In 2016, raw milk could be legally purchased in 38 States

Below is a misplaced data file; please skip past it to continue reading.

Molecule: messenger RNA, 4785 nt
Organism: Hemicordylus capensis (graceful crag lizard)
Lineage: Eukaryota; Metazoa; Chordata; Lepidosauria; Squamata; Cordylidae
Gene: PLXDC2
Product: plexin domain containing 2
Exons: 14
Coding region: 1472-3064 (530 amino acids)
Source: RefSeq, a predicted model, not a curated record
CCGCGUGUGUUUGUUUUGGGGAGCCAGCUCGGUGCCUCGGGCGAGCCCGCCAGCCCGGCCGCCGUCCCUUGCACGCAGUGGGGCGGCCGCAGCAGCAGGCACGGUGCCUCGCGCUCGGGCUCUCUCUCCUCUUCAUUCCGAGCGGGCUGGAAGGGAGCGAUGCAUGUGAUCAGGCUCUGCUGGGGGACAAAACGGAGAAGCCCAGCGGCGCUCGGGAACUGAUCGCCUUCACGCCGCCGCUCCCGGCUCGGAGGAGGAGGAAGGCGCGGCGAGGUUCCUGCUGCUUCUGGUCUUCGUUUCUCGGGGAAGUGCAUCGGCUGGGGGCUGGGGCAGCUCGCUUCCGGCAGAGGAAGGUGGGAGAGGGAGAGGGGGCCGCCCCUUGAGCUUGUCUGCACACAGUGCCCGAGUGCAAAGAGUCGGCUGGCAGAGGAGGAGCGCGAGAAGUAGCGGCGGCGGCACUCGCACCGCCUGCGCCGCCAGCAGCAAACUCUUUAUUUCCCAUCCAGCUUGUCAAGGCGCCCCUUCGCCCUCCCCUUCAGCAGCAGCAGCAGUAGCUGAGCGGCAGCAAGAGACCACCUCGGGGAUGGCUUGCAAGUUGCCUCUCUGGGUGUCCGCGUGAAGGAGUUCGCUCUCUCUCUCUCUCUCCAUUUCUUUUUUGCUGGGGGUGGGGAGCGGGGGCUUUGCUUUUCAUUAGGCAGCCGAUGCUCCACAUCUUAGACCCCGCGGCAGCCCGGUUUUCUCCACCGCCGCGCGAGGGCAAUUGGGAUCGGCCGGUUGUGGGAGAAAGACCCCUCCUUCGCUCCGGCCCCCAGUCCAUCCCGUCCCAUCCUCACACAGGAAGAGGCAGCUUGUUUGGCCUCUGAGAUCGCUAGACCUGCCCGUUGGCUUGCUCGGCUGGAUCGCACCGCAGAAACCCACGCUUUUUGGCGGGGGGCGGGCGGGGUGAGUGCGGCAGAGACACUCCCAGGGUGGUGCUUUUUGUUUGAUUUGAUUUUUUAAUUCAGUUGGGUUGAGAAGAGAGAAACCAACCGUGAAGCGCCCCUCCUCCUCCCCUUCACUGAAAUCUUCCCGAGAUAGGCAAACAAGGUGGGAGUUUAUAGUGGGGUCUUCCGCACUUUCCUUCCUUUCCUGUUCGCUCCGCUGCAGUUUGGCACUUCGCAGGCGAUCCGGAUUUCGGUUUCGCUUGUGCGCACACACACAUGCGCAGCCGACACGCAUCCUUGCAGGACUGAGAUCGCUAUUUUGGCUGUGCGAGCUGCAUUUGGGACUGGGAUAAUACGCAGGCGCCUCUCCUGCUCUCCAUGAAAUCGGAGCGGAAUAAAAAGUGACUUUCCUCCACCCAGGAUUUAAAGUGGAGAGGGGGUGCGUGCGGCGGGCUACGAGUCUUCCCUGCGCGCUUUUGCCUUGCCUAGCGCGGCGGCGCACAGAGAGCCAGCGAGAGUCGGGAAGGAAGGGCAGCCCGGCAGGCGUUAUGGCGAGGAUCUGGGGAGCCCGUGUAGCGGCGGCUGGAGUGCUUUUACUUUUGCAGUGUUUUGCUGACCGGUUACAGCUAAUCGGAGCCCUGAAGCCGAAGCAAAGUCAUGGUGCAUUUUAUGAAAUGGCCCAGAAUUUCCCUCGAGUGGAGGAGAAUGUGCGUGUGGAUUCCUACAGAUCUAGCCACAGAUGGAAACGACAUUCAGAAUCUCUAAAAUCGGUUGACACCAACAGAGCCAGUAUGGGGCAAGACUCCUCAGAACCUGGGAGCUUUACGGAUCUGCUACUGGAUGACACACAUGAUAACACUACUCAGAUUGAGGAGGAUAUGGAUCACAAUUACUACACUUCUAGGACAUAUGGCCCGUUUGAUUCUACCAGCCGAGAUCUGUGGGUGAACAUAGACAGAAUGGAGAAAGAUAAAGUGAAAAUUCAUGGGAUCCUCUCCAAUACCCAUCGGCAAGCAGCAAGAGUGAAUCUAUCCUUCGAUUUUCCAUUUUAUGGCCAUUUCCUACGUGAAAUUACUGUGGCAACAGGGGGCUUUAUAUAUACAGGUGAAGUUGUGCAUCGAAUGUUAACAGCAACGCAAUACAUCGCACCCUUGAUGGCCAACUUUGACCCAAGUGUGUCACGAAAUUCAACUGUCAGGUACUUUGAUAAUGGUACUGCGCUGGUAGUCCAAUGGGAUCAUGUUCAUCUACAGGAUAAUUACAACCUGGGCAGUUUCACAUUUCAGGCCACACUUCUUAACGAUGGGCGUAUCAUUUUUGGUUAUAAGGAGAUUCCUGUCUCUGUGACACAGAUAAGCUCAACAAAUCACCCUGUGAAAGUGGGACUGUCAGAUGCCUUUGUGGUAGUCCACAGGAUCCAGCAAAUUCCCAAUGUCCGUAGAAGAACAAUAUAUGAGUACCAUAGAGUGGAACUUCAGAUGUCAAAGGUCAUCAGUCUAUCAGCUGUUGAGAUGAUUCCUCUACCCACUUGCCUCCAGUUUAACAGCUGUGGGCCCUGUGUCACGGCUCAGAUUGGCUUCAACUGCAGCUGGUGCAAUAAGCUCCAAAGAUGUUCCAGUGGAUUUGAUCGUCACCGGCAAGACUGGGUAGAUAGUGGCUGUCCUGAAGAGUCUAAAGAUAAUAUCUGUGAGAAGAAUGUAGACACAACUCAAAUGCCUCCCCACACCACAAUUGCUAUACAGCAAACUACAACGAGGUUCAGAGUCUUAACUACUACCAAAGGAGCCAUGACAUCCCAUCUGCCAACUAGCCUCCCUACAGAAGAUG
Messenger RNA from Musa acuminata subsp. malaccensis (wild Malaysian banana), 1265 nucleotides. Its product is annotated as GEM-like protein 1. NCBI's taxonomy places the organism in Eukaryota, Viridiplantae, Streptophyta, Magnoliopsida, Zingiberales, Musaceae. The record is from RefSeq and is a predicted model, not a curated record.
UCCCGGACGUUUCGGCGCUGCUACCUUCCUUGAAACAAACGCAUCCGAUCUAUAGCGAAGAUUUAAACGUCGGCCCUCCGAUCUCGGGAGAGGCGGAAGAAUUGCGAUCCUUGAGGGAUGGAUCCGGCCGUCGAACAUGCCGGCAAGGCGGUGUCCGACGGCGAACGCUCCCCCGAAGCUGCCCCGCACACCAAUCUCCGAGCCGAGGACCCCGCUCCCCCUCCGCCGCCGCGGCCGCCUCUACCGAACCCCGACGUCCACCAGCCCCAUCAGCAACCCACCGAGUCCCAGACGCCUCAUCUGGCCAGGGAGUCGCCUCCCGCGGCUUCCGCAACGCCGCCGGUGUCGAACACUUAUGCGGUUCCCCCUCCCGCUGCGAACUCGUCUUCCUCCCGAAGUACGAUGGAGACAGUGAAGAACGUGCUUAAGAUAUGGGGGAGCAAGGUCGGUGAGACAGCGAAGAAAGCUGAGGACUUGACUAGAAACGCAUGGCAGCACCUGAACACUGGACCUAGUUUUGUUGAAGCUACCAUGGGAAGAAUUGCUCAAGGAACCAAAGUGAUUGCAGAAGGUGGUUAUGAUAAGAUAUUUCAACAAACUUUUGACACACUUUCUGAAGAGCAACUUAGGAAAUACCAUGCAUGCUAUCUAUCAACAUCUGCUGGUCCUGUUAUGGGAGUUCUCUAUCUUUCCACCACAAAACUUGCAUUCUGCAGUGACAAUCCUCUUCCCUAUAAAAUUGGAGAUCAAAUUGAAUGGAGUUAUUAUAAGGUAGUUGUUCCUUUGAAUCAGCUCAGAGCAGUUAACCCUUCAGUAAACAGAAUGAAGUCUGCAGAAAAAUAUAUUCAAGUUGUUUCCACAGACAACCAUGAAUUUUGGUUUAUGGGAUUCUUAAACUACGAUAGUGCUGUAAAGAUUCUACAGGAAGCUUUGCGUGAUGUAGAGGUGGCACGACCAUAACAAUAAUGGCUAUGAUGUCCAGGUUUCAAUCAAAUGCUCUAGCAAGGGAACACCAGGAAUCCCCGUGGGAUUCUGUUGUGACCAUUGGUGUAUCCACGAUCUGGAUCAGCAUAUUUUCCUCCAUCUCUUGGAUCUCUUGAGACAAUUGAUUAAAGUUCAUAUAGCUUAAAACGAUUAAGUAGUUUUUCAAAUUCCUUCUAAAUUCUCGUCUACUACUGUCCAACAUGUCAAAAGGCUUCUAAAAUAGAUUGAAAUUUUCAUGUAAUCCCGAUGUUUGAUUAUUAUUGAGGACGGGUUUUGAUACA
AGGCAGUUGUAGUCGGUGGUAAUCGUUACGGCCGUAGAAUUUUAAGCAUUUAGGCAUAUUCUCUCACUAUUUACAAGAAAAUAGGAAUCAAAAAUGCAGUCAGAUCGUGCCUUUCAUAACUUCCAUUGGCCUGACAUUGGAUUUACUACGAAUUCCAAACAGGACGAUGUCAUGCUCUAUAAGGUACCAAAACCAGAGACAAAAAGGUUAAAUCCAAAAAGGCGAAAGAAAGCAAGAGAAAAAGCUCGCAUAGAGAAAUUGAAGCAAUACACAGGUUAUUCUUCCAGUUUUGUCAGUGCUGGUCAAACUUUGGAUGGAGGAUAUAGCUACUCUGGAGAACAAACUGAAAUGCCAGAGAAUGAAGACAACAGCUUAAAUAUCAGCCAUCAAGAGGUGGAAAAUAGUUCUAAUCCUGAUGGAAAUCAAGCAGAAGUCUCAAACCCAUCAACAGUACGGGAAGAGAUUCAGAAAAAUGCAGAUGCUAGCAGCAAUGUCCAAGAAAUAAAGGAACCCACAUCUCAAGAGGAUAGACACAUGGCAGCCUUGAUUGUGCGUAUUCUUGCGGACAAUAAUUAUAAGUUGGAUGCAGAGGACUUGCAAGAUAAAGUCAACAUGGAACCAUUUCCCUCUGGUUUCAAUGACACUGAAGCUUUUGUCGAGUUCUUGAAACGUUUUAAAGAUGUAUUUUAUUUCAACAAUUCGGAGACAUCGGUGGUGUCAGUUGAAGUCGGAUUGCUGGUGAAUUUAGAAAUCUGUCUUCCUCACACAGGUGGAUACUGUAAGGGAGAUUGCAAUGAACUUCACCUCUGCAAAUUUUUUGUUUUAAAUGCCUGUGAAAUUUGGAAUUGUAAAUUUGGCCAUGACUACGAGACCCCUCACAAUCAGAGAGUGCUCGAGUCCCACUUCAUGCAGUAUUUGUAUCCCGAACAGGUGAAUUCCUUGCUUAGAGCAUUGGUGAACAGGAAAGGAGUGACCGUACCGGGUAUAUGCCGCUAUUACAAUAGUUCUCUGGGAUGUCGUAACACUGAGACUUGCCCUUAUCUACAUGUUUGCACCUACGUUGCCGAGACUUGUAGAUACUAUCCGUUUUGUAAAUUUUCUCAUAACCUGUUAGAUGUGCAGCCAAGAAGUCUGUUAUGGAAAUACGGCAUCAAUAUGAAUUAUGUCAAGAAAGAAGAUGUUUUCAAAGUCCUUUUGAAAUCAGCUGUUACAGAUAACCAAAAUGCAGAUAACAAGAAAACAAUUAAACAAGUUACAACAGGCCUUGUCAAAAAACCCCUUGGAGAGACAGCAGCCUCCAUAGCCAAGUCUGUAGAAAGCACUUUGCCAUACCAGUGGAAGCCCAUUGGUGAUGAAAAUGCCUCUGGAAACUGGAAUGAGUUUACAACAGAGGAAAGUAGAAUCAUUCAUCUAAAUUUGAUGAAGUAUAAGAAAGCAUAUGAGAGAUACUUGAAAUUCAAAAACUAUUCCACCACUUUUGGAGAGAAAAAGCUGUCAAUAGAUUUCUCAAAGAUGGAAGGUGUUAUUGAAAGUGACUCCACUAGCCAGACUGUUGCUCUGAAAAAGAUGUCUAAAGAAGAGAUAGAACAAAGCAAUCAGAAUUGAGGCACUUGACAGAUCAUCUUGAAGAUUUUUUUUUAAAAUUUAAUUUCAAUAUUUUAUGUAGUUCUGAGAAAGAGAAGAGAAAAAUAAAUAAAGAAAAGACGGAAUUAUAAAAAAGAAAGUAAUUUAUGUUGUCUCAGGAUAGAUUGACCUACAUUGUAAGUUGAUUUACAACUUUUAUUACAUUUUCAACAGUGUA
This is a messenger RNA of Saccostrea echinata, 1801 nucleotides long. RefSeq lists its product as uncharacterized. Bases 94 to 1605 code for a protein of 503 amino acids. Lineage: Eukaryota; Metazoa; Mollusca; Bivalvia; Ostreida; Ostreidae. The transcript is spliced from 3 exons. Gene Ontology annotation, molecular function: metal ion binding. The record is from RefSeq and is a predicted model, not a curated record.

Public health authorities unequivocally advise consumers to avoid consuming raw (unpasteurized) milk. Raw milk can carry harmful bacteria and can pose serious health risks, particularly for people with weakened immune systems, older adults, pregnant women, and children. Pasteurizing milk—heating it for a specified period of time—kills dangerous bacteria and pathogens. Federal law requires pasteurization for interstate shipments of all milk and milk products intended for direct human consumption. However, States can allow intrastate shipments, and the number of States in which intrastate sale of raw milk from cows, sheep, or goats for human consumption is legal has been increasing. In 2016, 38 States allowed some form of intrastate sales of raw milk, 13 States allowed sales in retail stores, and 25 States allowed onfarm sales or cow-share agreements where a consumer can purchase a share of a cow’s milk production. Ten years earlier, intrastate sales in various forms were legal in 25 States. A version of this chart appears in the ERS report, Consumer Food Safety Practices: Raw Milk Consumption and Food Thermometer Use, released on January 29, 2019.
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